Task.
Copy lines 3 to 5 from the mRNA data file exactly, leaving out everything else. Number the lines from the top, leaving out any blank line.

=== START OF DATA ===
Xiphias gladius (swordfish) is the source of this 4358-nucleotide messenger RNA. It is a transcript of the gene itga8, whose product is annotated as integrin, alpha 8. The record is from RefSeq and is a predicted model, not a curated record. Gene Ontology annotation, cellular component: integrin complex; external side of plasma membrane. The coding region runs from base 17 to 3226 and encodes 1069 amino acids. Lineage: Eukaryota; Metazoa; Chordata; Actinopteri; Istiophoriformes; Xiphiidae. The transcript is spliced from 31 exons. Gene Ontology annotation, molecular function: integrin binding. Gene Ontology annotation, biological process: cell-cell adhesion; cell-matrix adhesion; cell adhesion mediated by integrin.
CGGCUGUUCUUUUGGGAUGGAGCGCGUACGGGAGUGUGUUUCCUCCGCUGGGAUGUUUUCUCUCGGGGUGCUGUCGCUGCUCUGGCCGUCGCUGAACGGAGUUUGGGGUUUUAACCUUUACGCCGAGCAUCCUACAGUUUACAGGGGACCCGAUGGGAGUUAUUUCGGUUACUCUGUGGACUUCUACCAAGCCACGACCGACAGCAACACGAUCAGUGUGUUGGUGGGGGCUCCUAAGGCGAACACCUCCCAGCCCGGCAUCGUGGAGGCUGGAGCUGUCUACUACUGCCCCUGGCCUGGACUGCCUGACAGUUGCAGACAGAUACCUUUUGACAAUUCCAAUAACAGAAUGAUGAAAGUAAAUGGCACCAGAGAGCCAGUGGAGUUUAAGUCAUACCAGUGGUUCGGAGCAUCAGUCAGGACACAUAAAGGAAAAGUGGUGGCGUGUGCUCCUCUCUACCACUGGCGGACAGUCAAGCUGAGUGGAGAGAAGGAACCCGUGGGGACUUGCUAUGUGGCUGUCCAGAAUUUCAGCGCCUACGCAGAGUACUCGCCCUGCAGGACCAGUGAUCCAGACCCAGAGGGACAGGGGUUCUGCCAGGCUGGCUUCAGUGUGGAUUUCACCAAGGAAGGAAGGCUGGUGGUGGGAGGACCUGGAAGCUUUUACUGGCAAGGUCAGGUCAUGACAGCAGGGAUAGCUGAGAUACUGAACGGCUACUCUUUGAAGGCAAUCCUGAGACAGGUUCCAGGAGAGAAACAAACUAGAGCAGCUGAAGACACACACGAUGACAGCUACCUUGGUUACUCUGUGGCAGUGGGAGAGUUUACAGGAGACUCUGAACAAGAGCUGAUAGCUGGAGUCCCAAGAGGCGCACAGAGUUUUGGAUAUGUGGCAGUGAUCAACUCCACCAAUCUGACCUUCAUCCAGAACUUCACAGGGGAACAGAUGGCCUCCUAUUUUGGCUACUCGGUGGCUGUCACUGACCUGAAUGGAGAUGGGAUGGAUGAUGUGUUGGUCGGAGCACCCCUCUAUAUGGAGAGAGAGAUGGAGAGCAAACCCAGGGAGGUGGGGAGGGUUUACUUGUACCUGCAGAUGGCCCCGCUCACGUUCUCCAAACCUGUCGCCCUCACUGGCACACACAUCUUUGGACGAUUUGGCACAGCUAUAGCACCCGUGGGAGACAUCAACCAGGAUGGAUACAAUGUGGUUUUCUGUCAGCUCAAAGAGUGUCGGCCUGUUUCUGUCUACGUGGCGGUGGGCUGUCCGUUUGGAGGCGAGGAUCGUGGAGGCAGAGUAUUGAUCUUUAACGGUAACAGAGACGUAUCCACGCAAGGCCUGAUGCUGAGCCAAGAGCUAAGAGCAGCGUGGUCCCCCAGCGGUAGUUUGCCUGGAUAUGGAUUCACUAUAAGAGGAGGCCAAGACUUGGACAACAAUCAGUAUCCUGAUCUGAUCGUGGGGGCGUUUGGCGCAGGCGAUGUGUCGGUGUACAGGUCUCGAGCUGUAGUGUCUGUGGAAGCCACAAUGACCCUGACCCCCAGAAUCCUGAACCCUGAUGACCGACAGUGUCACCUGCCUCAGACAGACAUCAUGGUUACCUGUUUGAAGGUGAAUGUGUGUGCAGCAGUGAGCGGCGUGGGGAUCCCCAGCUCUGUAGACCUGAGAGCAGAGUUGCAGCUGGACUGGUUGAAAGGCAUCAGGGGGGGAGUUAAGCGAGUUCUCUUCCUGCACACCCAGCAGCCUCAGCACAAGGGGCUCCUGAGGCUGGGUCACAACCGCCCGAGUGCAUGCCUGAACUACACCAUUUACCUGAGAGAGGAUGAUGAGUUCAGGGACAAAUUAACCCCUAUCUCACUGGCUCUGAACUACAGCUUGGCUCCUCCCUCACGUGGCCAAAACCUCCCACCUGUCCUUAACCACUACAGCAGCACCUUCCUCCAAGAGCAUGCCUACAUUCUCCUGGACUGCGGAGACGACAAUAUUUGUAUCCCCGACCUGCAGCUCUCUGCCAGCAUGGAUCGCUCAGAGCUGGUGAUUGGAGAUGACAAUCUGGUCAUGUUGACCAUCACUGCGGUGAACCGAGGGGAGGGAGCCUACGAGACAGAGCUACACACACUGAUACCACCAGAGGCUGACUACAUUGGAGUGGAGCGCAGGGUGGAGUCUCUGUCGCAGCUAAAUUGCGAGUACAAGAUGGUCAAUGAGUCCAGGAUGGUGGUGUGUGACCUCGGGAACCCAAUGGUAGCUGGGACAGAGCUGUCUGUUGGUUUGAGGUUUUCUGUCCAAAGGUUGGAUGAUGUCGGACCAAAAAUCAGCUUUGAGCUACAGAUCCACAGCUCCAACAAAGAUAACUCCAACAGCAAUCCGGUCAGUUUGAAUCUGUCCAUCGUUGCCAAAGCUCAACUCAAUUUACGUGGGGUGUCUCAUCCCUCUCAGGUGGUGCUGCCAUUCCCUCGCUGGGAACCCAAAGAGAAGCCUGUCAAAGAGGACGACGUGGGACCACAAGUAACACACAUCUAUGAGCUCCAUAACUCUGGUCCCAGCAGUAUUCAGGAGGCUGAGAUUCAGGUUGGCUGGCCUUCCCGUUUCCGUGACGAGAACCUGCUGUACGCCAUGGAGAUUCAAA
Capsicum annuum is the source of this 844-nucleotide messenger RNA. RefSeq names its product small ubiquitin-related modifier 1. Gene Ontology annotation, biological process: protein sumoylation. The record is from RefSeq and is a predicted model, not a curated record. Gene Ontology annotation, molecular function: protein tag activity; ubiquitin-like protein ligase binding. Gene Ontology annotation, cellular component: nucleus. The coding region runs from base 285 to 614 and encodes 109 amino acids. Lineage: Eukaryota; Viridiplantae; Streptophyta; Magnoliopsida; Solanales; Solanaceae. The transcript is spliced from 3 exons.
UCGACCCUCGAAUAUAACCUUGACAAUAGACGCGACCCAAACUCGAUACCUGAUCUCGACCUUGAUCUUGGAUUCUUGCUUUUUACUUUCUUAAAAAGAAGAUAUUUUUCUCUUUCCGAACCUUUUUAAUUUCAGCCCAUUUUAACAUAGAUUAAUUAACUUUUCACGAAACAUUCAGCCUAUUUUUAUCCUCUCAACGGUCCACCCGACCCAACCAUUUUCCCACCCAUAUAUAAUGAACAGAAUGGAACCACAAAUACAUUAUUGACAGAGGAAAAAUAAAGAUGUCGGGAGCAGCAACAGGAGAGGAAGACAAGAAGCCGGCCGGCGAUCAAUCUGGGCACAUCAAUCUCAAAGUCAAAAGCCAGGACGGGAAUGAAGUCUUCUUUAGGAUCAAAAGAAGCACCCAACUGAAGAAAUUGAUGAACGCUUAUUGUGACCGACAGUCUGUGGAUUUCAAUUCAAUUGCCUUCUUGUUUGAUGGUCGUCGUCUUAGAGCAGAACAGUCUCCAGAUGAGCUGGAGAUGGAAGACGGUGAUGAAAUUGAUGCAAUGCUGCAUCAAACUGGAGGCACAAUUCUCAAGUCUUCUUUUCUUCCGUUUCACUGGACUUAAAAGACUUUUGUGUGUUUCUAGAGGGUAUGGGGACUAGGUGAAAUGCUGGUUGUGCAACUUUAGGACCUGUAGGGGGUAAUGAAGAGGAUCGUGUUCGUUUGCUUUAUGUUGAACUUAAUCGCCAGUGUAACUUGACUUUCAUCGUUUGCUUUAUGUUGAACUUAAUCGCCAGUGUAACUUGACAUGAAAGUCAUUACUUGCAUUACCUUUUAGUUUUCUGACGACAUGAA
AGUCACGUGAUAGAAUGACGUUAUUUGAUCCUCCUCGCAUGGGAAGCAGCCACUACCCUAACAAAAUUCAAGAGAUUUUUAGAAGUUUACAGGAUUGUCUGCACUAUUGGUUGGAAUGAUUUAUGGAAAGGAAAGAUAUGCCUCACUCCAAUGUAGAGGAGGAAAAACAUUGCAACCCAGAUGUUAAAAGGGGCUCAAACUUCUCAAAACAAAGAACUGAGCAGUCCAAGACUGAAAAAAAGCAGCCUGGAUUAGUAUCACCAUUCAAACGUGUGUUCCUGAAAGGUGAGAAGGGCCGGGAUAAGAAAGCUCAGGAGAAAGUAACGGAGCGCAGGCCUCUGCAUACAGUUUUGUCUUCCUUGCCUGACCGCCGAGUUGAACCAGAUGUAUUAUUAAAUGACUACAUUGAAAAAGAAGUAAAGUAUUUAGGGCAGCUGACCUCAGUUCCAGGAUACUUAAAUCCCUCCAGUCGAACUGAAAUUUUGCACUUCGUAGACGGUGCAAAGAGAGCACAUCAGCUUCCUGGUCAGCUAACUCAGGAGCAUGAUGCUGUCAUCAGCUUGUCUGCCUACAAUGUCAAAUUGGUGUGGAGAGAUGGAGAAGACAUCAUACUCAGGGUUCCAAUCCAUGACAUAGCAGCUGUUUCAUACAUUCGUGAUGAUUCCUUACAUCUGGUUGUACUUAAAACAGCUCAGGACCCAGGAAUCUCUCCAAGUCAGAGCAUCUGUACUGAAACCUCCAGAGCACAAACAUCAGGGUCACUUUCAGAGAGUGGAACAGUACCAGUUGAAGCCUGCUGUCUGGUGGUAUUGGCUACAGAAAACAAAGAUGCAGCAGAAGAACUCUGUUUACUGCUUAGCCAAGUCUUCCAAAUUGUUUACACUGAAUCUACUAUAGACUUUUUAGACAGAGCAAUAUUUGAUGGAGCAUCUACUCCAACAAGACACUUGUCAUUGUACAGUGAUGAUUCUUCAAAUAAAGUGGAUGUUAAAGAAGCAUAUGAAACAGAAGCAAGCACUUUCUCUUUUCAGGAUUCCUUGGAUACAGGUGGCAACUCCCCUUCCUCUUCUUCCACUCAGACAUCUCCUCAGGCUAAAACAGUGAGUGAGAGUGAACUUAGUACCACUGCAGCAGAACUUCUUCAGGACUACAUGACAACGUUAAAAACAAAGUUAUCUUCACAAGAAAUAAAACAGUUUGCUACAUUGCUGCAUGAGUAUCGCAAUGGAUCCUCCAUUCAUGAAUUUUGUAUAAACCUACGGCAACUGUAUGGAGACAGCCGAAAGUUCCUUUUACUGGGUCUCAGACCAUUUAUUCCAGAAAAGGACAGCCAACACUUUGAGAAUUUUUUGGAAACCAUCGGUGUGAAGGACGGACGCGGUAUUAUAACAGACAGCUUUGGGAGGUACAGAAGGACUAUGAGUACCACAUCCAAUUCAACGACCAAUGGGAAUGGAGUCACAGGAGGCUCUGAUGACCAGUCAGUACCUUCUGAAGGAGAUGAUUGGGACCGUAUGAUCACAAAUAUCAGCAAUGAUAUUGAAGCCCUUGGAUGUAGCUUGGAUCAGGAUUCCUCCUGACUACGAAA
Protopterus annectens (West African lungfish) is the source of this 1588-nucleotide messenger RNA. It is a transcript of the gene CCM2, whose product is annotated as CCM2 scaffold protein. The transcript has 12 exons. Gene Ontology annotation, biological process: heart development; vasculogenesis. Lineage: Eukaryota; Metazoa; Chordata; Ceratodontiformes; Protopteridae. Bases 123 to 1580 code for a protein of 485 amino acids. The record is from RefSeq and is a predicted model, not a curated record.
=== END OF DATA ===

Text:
Capsicum annuum is the source of this 844-nucleotide messenger RNA. RefSeq names its product small ubiquitin-related modifier 1. Gene Ontology annotation, biological process: protein sumoylation. The record is from RefSeq and is a predicted model, not a curated record. Gene Ontology annotation, molecular function: protein tag activity; ubiquitin-like protein ligase binding. Gene Ontology annotation, cellular component: nucleus. The coding region runs from base 285 to 614 and encodes 109 amino acids. Lineage: Eukaryota; Viridiplantae; Streptophyta; Magnoliopsida; Solanales; Solanaceae. The transcript is spliced from 3 exons.
UCGACCCUCGAAUAUAACCUUGACAAUAGACGCGACCCAAACUCGAUACCUGAUCUCGACCUUGAUCUUGGAUUCUUGCUUUUUACUUUCUUAAAAAGAAGAUAUUUUUCUCUUUCCGAACCUUUUUAAUUUCAGCCCAUUUUAACAUAGAUUAAUUAACUUUUCACGAAACAUUCAGCCUAUUUUUAUCCUCUCAACGGUCCACCCGACCCAACCAUUUUCCCACCCAUAUAUAAUGAACAGAAUGGAACCACAAAUACAUUAUUGACAGAGGAAAAAUAAAGAUGUCGGGAGCAGCAACAGGAGAGGAAGACAAGAAGCCGGCCGGCGAUCAAUCUGGGCACAUCAAUCUCAAAGUCAAAAGCCAGGACGGGAAUGAAGUCUUCUUUAGGAUCAAAAGAAGCACCCAACUGAAGAAAUUGAUGAACGCUUAUUGUGACCGACAGUCUGUGGAUUUCAAUUCAAUUGCCUUCUUGUUUGAUGGUCGUCGUCUUAGAGCAGAACAGUCUCCAGAUGAGCUGGAGAUGGAAGACGGUGAUGAAAUUGAUGCAAUGCUGCAUCAAACUGGAGGCACAAUUCUCAAGUCUUCUUUUCUUCCGUUUCACUGGACUUAAAAGACUUUUGUGUGUUUCUAGAGGGUAUGGGGACUAGGUGAAAUGCUGGUUGUGCAACUUUAGGACCUGUAGGGGGUAAUGAAGAGGAUCGUGUUCGUUUGCUUUAUGUUGAACUUAAUCGCCAGUGUAACUUGACUUUCAUCGUUUGCUUUAUGUUGAACUUAAUCGCCAGUGUAACUUGACAUGAAAGUCAUUACUUGCAUUACCUUUUAGUUUUCUGACGACAUGAA
AGUCACGUGAUAGAAUGACGUUAUUUGAUCCUCCUCGCAUGGGAAGCAGCCACUACCCUAACAAAAUUCAAGAGAUUUUUAGAAGUUUACAGGAUUGUCUGCACUAUUGGUUGGAAUGAUUUAUGGAAAGGAAAGAUAUGCCUCACUCCAAUGUAGAGGAGGAAAAACAUUGCAACCCAGAUGUUAAAAGGGGCUCAAACUUCUCAAAACAAAGAACUGAGCAGUCCAAGACUGAAAAAAAGCAGCCUGGAUUAGUAUCACCAUUCAAACGUGUGUUCCUGAAAGGUGAGAAGGGCCGGGAUAAGAAAGCUCAGGAGAAAGUAACGGAGCGCAGGCCUCUGCAUACAGUUUUGUCUUCCUUGCCUGACCGCCGAGUUGAACCAGAUGUAUUAUUAAAUGACUACAUUGAAAAAGAAGUAAAGUAUUUAGGGCAGCUGACCUCAGUUCCAGGAUACUUAAAUCCCUCCAGUCGAACUGAAAUUUUGCACUUCGUAGACGGUGCAAAGAGAGCACAUCAGCUUCCUGGUCAGCUAACUCAGGAGCAUGAUGCUGUCAUCAGCUUGUCUGCCUACAAUGUCAAAUUGGUGUGGAGAGAUGGAGAAGACAUCAUACUCAGGGUUCCAAUCCAUGACAUAGCAGCUGUUUCAUACAUUCGUGAUGAUUCCUUACAUCUGGUUGUACUUAAAACAGCUCAGGACCCAGGAAUCUCUCCAAGUCAGAGCAUCUGUACUGAAACCUCCAGAGCACAAACAUCAGGGUCACUUUCAGAGAGUGGAACAGUACCAGUUGAAGCCUGCUGUCUGGUGGUAUUGGCUACAGAAAACAAAGAUGCAGCAGAAGAACUCUGUUUACUGCUUAGCCAAGUCUUCCAAAUUGUUUACACUGAAUCUACUAUAGACUUUUUAGACAGAGCAAUAUUUGAUGGAGCAUCUACUCCAACAAGACACUUGUCAUUGUACAGUGAUGAUUCUUCAAAUAAAGUGGAUGUUAAAGAAGCAUAUGAAACAGAAGCAAGCACUUUCUCUUUUCAGGAUUCCUUGGAUACAGGUGGCAACUCCCCUUCCUCUUCUUCCACUCAGACAUCUCCUCAGGCUAAAACAGUGAGUGAGAGUGAACUUAGUACCACUGCAGCAGAACUUCUUCAGGACUACAUGACAACGUUAAAAACAAAGUUAUCUUCACAAGAAAUAAAACAGUUUGCUACAUUGCUGCAUGAGUAUCGCAAUGGAUCCUCCAUUCAUGAAUUUUGUAUAAACCUACGGCAACUGUAUGGAGACAGCCGAAAGUUCCUUUUACUGGGUCUCAGACCAUUUAUUCCAGAAAAGGACAGCCAACACUUUGAGAAUUUUUUGGAAACCAUCGGUGUGAAGGACGGACGCGGUAUUAUAACAGACAGCUUUGGGAGGUACAGAAGGACUAUGAGUACCACAUCCAAUUCAACGACCAAUGGGAAUGGAGUCACAGGAGGCUCUGAUGACCAGUCAGUACCUUCUGAAGGAGAUGAUUGGGACCGUAUGAUCACAAAUAUCAGCAAUGAUAUUGAAGCCCUUGGAUGUAGCUUGGAUCAGGAUUCCUCCUGACUACGAAA